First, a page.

Crosbie Walsh: Netani Rika off to not so ivory tower
During the Vietnam war, anthropologists in northern Thailand and Laos were unsuspectingly passing on information about the Hill Tribes that helped the US war effort. Over a longer time period, banks of audio equipment in laboratories at the East-West Center in Hawaii helped students learn hundreds of languages, many spoken by people in politically unstable areas of interest to American Intelligence. Further back, prestigious colleges at Oxford and Cambridge offered scholarships and training for Britain's Third World Elite, and Harvard produced a worldwide generation of right-thinking economists and businessmen, who we now see got it all wrong.
Further south, in Australia, the National University (ANU) has programmes, scholarships, workshops and conferences to inform and support its government's policies and "win the hearts and minds" of overseas scholars from countries in which Australia has a special interest. Fiji has moved up this list in recent years. It is largely thanks to ANU that we have heard the opinions of ANU academics, Jonathon Fraenkel and Brij Lal, both vociferous opponents of the Bainimarama government. It was ANU that gave former Fiji Land Force commander Jone Baledrokadroka a scholarship to research the military. And it is ANU that has just given former Fiji Times editor-in-chief Netani Rika a scholarship to write up his memoirs.
The Australian reports that Rika will "spend time in Canberra writing his account of the almost four years he has spent contesting military government control of the media." Intrigueingly, Rika said: "We were always willing to print both sides of the story. But the censors allowed only one side. In such cases, the paper spiked the stories altogether to spare readers being misled."
I have little doubt he truly believes this but an independent, objective content analysis of the paper from 2006 on (and before for that matter) would, in my opinion, show most definitely that if both sides were printed, they were never printed equally. I stand by my crude assessment of a 3.5:1 ratio of opposition to government. Content analysis is a research method where qualitative data are measured and quantified, in this case by categorising the frequency, placement, coverage, extent and "bias" of newspaper headings and articles.
Professor Crosbie Walsh is the retired former director of development studies at the University of the South Pacific. His blog is Fiji: The Way Was, Is and Can Be
Scott MacWilliam: 'Fish and chips' wrapping paper
Regarding Netani Rika's move from Fiji to ANU. It is of course pure mythology that universities are or have been ivory towers, if that means unconnected with countries' political economies. This is especially the case where universities see themselves central to the formulation and implementation of government policies, as most do. However, universities are also often complex and diverse institutions: it is not often the case that a homogeneous or monolithic "line" appears over a whole institution.
One part of a university may take one direction, and in the case of the military regime and Australian policy toward Fiji become almost blinkered in pursuing that line, while other academics and parts of the institution take other positions on the same question. Especially where students are post-graduates with considerable employment experience and may even be on leave from important jobs in their home countries, it is unlikely that they will be too greatly influenced by academics who try to sell 'a correct line' against the students' own experiences and views.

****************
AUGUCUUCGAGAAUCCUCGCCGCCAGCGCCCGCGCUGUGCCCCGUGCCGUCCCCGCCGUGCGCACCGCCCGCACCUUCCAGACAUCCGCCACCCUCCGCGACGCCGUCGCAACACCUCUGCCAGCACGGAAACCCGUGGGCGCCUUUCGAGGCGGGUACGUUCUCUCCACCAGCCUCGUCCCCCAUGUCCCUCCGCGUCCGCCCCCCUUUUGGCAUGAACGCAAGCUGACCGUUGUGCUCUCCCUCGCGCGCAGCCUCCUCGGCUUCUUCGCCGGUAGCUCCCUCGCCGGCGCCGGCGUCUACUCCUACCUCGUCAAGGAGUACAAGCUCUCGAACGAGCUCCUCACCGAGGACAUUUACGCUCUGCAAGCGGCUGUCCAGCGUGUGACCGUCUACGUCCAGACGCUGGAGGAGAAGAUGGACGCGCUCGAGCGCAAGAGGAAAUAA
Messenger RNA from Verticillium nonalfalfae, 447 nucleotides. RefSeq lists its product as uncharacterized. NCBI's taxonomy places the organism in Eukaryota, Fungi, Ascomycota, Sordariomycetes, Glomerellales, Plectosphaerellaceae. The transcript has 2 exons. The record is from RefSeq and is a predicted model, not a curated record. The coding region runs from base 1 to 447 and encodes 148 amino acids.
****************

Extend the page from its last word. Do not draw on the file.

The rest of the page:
As a senior ni-Vanuatu public servant, enrolled in a class in another part of the ANU than that where Netani Rika is to be lodged, said just last year: "I will always be grateful to AusAID, the Australian government and people for the education I am receiving at ANU. However I am also a Melanesian and my loyalties lie back home. We don't agree with Australia and New Zealand on Fiji and the support I have received from AusAID does not change that."
Who knows - Rika's views may even become better informed by contact with a more diverse range of views as are held by other South Pacific people at ANU, of whom there are quite a few who don't agree with Australian policy either. If not, he is unlikely to influence anyone other than those who already concur with him.
As for the "old" Fiji Times from the late 1990s, including when Rika was working there, it was largely just "fish and chips" wrapping paper.
Dr Scott MacWilliam lectures on development policy in the Crawford School of Economics and Government in ANU and was formerly at the University of the South Pacific.
Pictured: Netani Rika (centre) with forner colleagues at the Fiji Times. Photo: FT.
Check out the views on Pacific Scoop of former New Zealand diplomat Gerald McGhie, who is now an independent commentator and who says essentially that Australia and New Zealand should keep a low profile on Fiji and leave it to other Pacific countries to resolve the impasse - their way.
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